This week I attended the Stayz conference for holiday rental owners. The conference covered a lot of informative topics and had some great speakers.
But when talking with some of the attendees during the breaks, I realised that there were 3 misunderstandings that a lot of the holiday rental owners had.
Don’t get me wrong, the rental owners are great at marketing and running their businesses – but they were missing some of the risks of operating a holiday rental property.
They had probably overlooked these because everything had gone well (so far) when renting out their holiday properties. And luckily these things are easily fixed. So here they are – 3 essential things every owner needs to know about how to manage a holiday rental property:
1. Have the right insurance
Your normal landlord or home and contents insurance is not enough – it doesn’t cover short term holiday rentals. And you know how insurance companies love to use any loophole to get out of paying! This one is a classic, don’t get caught.
Ensure your insurance is a ‘short term rental’ policy not a ‘landlord’ or ‘home and contents’ policy. Call your insurance company and ask them these questions:
- Is my property covered under my policy for short term (under 3 month) holiday rentals?
- Do I need a formal short term rental agreement with my guests?
- If I use a rental agent to manage my properties, and they sign the agreements with the tenants, am I covered?
At the conference, one of the ladies I was talking to (who had 3 holiday rental properties) took me up on these suggestions. She had her husband call their insurer and found out that in fact they had a ‘landlord policy’ which did not cover them or their properties for short term rental. She told me the next day and really appreciated that I’d told her to check.
There are only a few insurance companies in Australia that sell holiday rental or short term rental policies – so make sure you and your property are covered.
2. Have a signed Agreement with your guests
Legally, you have a ‘contract’ with your guests if you have agreed dates, the rental price and paid a deposit – even if everything has been done via email and electronically. However, what you don’t have is agreed Terms of the holiday rental. If anything unfortunate happens, you are very exposed if you can’t point to an agreed Term that the guest has breached.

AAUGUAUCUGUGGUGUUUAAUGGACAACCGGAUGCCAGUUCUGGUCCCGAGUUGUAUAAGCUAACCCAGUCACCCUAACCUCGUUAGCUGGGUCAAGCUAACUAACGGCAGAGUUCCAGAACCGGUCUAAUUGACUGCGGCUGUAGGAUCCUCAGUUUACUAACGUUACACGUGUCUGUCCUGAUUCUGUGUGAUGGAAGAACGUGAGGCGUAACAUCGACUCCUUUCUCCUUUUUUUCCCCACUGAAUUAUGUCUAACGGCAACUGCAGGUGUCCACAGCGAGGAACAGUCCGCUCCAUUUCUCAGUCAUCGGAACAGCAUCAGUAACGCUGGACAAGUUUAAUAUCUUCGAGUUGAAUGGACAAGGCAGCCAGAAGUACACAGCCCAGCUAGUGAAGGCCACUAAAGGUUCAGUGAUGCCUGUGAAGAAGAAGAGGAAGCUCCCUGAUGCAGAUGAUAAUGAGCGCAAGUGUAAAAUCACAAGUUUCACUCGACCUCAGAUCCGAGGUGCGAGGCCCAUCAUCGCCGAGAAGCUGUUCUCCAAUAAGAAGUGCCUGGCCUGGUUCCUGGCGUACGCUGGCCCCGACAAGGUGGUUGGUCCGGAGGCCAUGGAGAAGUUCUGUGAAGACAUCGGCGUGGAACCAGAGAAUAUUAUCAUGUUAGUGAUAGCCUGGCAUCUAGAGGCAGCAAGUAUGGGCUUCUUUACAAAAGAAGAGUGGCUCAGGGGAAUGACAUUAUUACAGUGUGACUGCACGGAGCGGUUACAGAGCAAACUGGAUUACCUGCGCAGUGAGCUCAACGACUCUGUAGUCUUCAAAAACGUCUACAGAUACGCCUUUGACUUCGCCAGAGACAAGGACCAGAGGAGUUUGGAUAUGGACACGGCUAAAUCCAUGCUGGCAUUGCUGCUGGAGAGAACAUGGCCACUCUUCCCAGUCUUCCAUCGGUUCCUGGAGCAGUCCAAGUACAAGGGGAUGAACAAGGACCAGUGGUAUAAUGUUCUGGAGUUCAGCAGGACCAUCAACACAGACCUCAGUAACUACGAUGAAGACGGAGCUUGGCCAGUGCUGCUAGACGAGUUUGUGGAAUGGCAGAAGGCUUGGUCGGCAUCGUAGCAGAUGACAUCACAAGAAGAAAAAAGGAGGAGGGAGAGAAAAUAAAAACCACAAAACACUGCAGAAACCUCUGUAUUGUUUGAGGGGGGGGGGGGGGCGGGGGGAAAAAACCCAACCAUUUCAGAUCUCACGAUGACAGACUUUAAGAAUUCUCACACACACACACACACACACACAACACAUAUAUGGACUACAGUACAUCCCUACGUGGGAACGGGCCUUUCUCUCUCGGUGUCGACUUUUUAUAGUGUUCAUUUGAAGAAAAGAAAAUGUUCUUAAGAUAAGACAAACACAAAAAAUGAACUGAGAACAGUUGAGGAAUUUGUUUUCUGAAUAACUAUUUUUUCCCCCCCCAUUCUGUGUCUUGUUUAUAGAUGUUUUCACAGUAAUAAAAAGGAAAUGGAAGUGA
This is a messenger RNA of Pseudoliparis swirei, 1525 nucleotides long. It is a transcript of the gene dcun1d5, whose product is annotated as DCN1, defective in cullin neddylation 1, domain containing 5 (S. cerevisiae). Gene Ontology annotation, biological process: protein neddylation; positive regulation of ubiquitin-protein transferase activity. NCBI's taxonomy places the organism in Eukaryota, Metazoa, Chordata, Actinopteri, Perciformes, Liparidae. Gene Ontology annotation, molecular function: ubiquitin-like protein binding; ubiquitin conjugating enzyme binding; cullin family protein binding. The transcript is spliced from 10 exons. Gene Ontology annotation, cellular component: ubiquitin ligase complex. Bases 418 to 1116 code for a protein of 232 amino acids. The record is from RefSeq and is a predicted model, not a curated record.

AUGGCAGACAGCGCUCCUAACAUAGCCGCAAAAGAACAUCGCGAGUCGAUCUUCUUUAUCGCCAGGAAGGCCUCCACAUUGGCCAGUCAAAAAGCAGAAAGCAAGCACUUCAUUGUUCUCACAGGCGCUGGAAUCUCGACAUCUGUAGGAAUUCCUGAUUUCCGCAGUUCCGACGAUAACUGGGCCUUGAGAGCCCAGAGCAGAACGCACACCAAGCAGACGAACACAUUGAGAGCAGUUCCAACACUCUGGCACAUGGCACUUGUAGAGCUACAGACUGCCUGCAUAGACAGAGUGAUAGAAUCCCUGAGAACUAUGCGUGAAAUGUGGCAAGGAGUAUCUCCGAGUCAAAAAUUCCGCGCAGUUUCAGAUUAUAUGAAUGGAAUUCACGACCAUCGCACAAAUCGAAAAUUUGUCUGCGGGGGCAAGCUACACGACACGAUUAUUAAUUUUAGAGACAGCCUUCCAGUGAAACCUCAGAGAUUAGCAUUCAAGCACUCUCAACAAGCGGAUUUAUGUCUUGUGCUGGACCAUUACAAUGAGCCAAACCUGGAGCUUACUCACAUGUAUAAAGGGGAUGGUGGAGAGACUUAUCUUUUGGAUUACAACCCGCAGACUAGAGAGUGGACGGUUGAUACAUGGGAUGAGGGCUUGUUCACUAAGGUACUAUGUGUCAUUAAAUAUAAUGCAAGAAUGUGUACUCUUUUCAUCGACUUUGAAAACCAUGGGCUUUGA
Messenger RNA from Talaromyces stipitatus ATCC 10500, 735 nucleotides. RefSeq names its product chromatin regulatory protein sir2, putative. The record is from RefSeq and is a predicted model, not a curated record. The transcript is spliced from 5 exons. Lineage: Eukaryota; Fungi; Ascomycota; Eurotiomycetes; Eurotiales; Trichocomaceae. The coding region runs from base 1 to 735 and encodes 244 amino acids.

So, for example, if they say 2 people are staying but in fact they bring another 4 of their friends to stay you can point to your agreement term. Or if the property is non-smoking and they smoke and you need to have the property professionally cleaned, etc. I think you can see how things might go wrong – and in some cases badly wrong.
You need to have a signed holiday rental agreement with your guests and you must give them the agreement prior to payment to ensure they can review and agree to it. If you don’t, they could argue that they did not see or agree to the Terms when they paid and can’t be bound by them. So send your guests your agreement when you ask for a deposit and get them to sign and return it to you.
In addition, did you realise that, depending on the wording of your agreement, you could be subject to the Residential Tenancy Act of your State or Territory? This is bad news. You’ve heard of all those eviction restrictions landlords have? Those are in the Residential legislation. You don’t want to be covered by those.
In Victoria, for example, just by using the term ‘tenant’ in your holiday rental agreement, you may be subject to the Residential Tenancy Act and end up with additional legal requirements that you did not foresee. So get a professionally written holiday rental agreement and use it with every guest.
3. Have ‘House Rules’ clearly posted
It’s a good idea to post your ‘House Rules’ in your holiday rental property. These are just everyday rules for living in your holiday home – things like taking out the garbage, noise, leaving keys behind, etc. It’s a good way to reinforce good behaviour or highlight potential issues during their stay.
Some of these things are inappropriate (or over-kill) to include in a signed rental agreement – but you still want your guests to be aware of them. Make sure the rules don’t contradict any of the terms in your rental agreement. And make sure to keep both the notice of House Rules and your rental agreement up-to-date.
A list of House Rules will further protect you and your property. Renters are subject to them, so make sure a list of them is given to your guests on arrival or the House Rules are posted prominently in your holiday rental property.
Stay tuned for more tips and tricks from Legal123 on how to manage your Holiday Rental property.